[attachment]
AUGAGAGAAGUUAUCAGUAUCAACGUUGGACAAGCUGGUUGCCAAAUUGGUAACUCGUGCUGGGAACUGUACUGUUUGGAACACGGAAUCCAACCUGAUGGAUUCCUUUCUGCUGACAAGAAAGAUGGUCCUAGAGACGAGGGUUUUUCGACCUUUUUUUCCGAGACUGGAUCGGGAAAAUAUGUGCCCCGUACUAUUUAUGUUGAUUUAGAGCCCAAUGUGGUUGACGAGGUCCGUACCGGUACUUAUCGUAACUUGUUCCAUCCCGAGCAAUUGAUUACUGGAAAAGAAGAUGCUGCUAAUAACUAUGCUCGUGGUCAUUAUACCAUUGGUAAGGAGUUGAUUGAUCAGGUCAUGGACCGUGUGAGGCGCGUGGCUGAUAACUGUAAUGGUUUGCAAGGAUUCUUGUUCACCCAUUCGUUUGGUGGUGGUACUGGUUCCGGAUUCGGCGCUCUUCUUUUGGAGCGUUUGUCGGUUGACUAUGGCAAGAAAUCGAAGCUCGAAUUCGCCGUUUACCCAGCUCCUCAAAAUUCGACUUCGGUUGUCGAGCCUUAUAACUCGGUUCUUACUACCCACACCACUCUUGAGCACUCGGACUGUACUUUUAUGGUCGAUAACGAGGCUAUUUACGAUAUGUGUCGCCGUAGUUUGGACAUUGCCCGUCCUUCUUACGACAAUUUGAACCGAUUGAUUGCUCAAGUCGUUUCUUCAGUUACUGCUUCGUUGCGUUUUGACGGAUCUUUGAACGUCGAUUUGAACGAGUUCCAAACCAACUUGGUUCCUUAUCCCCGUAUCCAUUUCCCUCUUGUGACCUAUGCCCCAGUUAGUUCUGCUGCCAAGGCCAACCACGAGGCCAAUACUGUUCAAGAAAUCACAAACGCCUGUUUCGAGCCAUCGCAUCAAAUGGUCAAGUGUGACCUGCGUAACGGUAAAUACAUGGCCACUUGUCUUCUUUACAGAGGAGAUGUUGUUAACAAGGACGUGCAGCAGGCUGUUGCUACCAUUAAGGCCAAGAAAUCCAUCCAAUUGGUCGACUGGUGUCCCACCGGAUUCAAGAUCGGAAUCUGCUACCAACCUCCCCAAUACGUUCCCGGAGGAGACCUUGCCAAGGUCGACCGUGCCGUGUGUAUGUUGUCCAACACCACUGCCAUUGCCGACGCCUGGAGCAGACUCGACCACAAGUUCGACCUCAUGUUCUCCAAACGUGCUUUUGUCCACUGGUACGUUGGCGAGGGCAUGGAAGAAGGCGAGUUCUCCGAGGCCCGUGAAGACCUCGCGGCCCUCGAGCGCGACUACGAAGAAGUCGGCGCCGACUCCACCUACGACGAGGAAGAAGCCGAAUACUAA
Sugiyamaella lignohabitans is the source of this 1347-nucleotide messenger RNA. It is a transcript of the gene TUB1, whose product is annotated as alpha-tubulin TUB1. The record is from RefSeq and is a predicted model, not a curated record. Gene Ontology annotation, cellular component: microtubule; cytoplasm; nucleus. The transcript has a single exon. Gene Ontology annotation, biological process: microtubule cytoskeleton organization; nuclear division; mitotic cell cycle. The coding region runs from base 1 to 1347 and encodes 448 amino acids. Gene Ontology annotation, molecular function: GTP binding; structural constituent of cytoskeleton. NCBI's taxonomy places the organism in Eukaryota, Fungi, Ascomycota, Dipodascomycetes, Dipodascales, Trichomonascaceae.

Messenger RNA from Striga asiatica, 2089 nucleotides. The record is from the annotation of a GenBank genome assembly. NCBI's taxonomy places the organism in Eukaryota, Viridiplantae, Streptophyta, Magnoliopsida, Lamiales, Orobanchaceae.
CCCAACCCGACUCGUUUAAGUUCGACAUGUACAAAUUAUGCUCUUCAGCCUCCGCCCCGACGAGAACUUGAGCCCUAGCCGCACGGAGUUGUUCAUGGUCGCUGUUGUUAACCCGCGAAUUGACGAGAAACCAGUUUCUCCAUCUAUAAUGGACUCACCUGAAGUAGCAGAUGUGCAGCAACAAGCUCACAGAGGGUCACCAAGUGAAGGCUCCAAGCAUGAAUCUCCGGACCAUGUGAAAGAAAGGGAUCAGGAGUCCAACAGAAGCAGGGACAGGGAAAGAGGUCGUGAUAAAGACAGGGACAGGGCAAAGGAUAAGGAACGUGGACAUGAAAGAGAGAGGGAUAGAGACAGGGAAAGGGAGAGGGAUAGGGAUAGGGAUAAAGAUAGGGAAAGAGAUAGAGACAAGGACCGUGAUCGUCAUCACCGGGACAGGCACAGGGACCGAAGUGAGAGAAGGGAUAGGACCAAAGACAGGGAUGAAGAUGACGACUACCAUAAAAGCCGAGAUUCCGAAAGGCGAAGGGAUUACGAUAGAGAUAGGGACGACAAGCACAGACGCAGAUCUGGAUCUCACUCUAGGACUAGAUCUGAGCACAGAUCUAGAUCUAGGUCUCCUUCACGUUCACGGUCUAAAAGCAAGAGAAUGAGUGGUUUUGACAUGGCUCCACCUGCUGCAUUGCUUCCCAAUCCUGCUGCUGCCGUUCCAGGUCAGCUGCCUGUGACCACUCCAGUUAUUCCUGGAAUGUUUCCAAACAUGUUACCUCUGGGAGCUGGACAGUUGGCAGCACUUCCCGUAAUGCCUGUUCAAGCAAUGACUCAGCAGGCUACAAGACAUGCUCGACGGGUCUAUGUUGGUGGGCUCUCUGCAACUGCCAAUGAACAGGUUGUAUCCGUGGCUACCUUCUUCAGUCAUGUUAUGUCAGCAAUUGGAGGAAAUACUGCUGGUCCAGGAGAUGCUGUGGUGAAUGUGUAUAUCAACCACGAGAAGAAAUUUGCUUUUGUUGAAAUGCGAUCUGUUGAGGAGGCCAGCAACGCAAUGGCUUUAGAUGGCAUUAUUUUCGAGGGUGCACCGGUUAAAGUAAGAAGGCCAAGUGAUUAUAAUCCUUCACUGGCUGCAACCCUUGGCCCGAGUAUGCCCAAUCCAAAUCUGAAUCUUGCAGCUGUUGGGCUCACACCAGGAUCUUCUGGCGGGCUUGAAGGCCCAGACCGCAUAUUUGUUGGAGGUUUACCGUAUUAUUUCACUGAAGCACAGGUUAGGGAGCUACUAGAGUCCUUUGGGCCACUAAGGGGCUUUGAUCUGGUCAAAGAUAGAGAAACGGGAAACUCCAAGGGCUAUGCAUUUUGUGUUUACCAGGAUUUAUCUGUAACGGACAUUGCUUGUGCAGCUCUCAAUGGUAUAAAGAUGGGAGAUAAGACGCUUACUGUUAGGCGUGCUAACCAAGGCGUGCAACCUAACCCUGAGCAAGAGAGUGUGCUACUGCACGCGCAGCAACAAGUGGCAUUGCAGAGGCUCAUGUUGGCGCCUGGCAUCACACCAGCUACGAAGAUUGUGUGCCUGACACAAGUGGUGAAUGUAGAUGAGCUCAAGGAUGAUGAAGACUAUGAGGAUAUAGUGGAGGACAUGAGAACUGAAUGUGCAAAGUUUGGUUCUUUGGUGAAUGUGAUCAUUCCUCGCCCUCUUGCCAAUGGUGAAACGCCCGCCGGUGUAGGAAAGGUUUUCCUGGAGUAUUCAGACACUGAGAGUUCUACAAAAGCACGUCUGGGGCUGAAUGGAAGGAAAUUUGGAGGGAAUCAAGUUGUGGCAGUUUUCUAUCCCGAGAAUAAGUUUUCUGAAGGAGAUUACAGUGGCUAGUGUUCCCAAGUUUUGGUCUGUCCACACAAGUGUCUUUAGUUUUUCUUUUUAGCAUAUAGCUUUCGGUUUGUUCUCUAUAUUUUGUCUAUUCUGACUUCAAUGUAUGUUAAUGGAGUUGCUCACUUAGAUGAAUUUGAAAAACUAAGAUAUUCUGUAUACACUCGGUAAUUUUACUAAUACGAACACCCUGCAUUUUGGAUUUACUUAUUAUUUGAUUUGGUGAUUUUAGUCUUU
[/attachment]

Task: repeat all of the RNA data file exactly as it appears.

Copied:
AUGAGAGAAGUUAUCAGUAUCAACGUUGGACAAGCUGGUUGCCAAAUUGGUAACUCGUGCUGGGAACUGUACUGUUUGGAACACGGAAUCCAACCUGAUGGAUUCCUUUCUGCUGACAAGAAAGAUGGUCCUAGAGACGAGGGUUUUUCGACCUUUUUUUCCGAGACUGGAUCGGGAAAAUAUGUGCCCCGUACUAUUUAUGUUGAUUUAGAGCCCAAUGUGGUUGACGAGGUCCGUACCGGUACUUAUCGUAACUUGUUCCAUCCCGAGCAAUUGAUUACUGGAAAAGAAGAUGCUGCUAAUAACUAUGCUCGUGGUCAUUAUACCAUUGGUAAGGAGUUGAUUGAUCAGGUCAUGGACCGUGUGAGGCGCGUGGCUGAUAACUGUAAUGGUUUGCAAGGAUUCUUGUUCACCCAUUCGUUUGGUGGUGGUACUGGUUCCGGAUUCGGCGCUCUUCUUUUGGAGCGUUUGUCGGUUGACUAUGGCAAGAAAUCGAAGCUCGAAUUCGCCGUUUACCCAGCUCCUCAAAAUUCGACUUCGGUUGUCGAGCCUUAUAACUCGGUUCUUACUACCCACACCACUCUUGAGCACUCGGACUGUACUUUUAUGGUCGAUAACGAGGCUAUUUACGAUAUGUGUCGCCGUAGUUUGGACAUUGCCCGUCCUUCUUACGACAAUUUGAACCGAUUGAUUGCUCAAGUCGUUUCUUCAGUUACUGCUUCGUUGCGUUUUGACGGAUCUUUGAACGUCGAUUUGAACGAGUUCCAAACCAACUUGGUUCCUUAUCCCCGUAUCCAUUUCCCUCUUGUGACCUAUGCCCCAGUUAGUUCUGCUGCCAAGGCCAACCACGAGGCCAAUACUGUUCAAGAAAUCACAAACGCCUGUUUCGAGCCAUCGCAUCAAAUGGUCAAGUGUGACCUGCGUAACGGUAAAUACAUGGCCACUUGUCUUCUUUACAGAGGAGAUGUUGUUAACAAGGACGUGCAGCAGGCUGUUGCUACCAUUAAGGCCAAGAAAUCCAUCCAAUUGGUCGACUGGUGUCCCACCGGAUUCAAGAUCGGAAUCUGCUACCAACCUCCCCAAUACGUUCCCGGAGGAGACCUUGCCAAGGUCGACCGUGCCGUGUGUAUGUUGUCCAACACCACUGCCAUUGCCGACGCCUGGAGCAGACUCGACCACAAGUUCGACCUCAUGUUCUCCAAACGUGCUUUUGUCCACUGGUACGUUGGCGAGGGCAUGGAAGAAGGCGAGUUCUCCGAGGCCCGUGAAGACCUCGCGGCCCUCGAGCGCGACUACGAAGAAGUCGGCGCCGACUCCACCUACGACGAGGAAGAAGCCGAAUACUAA
Sugiyamaella lignohabitans is the source of this 1347-nucleotide messenger RNA. It is a transcript of the gene TUB1, whose product is annotated as alpha-tubulin TUB1. The record is from RefSeq and is a predicted model, not a curated record. Gene Ontology annotation, cellular component: microtubule; cytoplasm; nucleus. The transcript has a single exon. Gene Ontology annotation, biological process: microtubule cytoskeleton organization; nuclear division; mitotic cell cycle. The coding region runs from base 1 to 1347 and encodes 448 amino acids. Gene Ontology annotation, molecular function: GTP binding; structural constituent of cytoskeleton. NCBI's taxonomy places the organism in Eukaryota, Fungi, Ascomycota, Dipodascomycetes, Dipodascales, Trichomonascaceae.

Messenger RNA from Striga asiatica, 2089 nucleotides. The record is from the annotation of a GenBank genome assembly. NCBI's taxonomy places the organism in Eukaryota, Viridiplantae, Streptophyta, Magnoliopsida, Lamiales, Orobanchaceae.
CCCAACCCGACUCGUUUAAGUUCGACAUGUACAAAUUAUGCUCUUCAGCCUCCGCCCCGACGAGAACUUGAGCCCUAGCCGCACGGAGUUGUUCAUGGUCGCUGUUGUUAACCCGCGAAUUGACGAGAAACCAGUUUCUCCAUCUAUAAUGGACUCACCUGAAGUAGCAGAUGUGCAGCAACAAGCUCACAGAGGGUCACCAAGUGAAGGCUCCAAGCAUGAAUCUCCGGACCAUGUGAAAGAAAGGGAUCAGGAGUCCAACAGAAGCAGGGACAGGGAAAGAGGUCGUGAUAAAGACAGGGACAGGGCAAAGGAUAAGGAACGUGGACAUGAAAGAGAGAGGGAUAGAGACAGGGAAAGGGAGAGGGAUAGGGAUAGGGAUAAAGAUAGGGAAAGAGAUAGAGACAAGGACCGUGAUCGUCAUCACCGGGACAGGCACAGGGACCGAAGUGAGAGAAGGGAUAGGACCAAAGACAGGGAUGAAGAUGACGACUACCAUAAAAGCCGAGAUUCCGAAAGGCGAAGGGAUUACGAUAGAGAUAGGGACGACAAGCACAGACGCAGAUCUGGAUCUCACUCUAGGACUAGAUCUGAGCACAGAUCUAGAUCUAGGUCUCCUUCACGUUCACGGUCUAAAAGCAAGAGAAUGAGUGGUUUUGACAUGGCUCCACCUGCUGCAUUGCUUCCCAAUCCUGCUGCUGCCGUUCCAGGUCAGCUGCCUGUGACCACUCCAGUUAUUCCUGGAAUGUUUCCAAACAUGUUACCUCUGGGAGCUGGACAGUUGGCAGCACUUCCCGUAAUGCCUGUUCAAGCAAUGACUCAGCAGGCUACAAGACAUGCUCGACGGGUCUAUGUUGGUGGGCUCUCUGCAACUGCCAAUGAACAGGUUGUAUCCGUGGCUACCUUCUUCAGUCAUGUUAUGUCAGCAAUUGGAGGAAAUACUGCUGGUCCAGGAGAUGCUGUGGUGAAUGUGUAUAUCAACCACGAGAAGAAAUUUGCUUUUGUUGAAAUGCGAUCUGUUGAGGAGGCCAGCAACGCAAUGGCUUUAGAUGGCAUUAUUUUCGAGGGUGCACCGGUUAAAGUAAGAAGGCCAAGUGAUUAUAAUCCUUCACUGGCUGCAACCCUUGGCCCGAGUAUGCCCAAUCCAAAUCUGAAUCUUGCAGCUGUUGGGCUCACACCAGGAUCUUCUGGCGGGCUUGAAGGCCCAGACCGCAUAUUUGUUGGAGGUUUACCGUAUUAUUUCACUGAAGCACAGGUUAGGGAGCUACUAGAGUCCUUUGGGCCACUAAGGGGCUUUGAUCUGGUCAAAGAUAGAGAAACGGGAAACUCCAAGGGCUAUGCAUUUUGUGUUUACCAGGAUUUAUCUGUAACGGACAUUGCUUGUGCAGCUCUCAAUGGUAUAAAGAUGGGAGAUAAGACGCUUACUGUUAGGCGUGCUAACCAAGGCGUGCAACCUAACCCUGAGCAAGAGAGUGUGCUACUGCACGCGCAGCAACAAGUGGCAUUGCAGAGGCUCAUGUUGGCGCCUGGCAUCACACCAGCUACGAAGAUUGUGUGCCUGACACAAGUGGUGAAUGUAGAUGAGCUCAAGGAUGAUGAAGACUAUGAGGAUAUAGUGGAGGACAUGAGAACUGAAUGUGCAAAGUUUGGUUCUUUGGUGAAUGUGAUCAUUCCUCGCCCUCUUGCCAAUGGUGAAACGCCCGCCGGUGUAGGAAAGGUUUUCCUGGAGUAUUCAGACACUGAGAGUUCUACAAAAGCACGUCUGGGGCUGAAUGGAAGGAAAUUUGGAGGGAAUCAAGUUGUGGCAGUUUUCUAUCCCGAGAAUAAGUUUUCUGAAGGAGAUUACAGUGGCUAGUGUUCCCAAGUUUUGGUCUGUCCACACAAGUGUCUUUAGUUUUUCUUUUUAGCAUAUAGCUUUCGGUUUGUUCUCUAUAUUUUGUCUAUUCUGACUUCAAUGUAUGUUAAUGGAGUUGCUCACUUAGAUGAAUUUGAAAAACUAAGAUAUUCUGUAUACACUCGGUAAUUUUACUAAUACGAACACCCUGCAUUUUGGAUUUACUUAUUAUUUGAUUUGGUGAUUUUAGUCUUU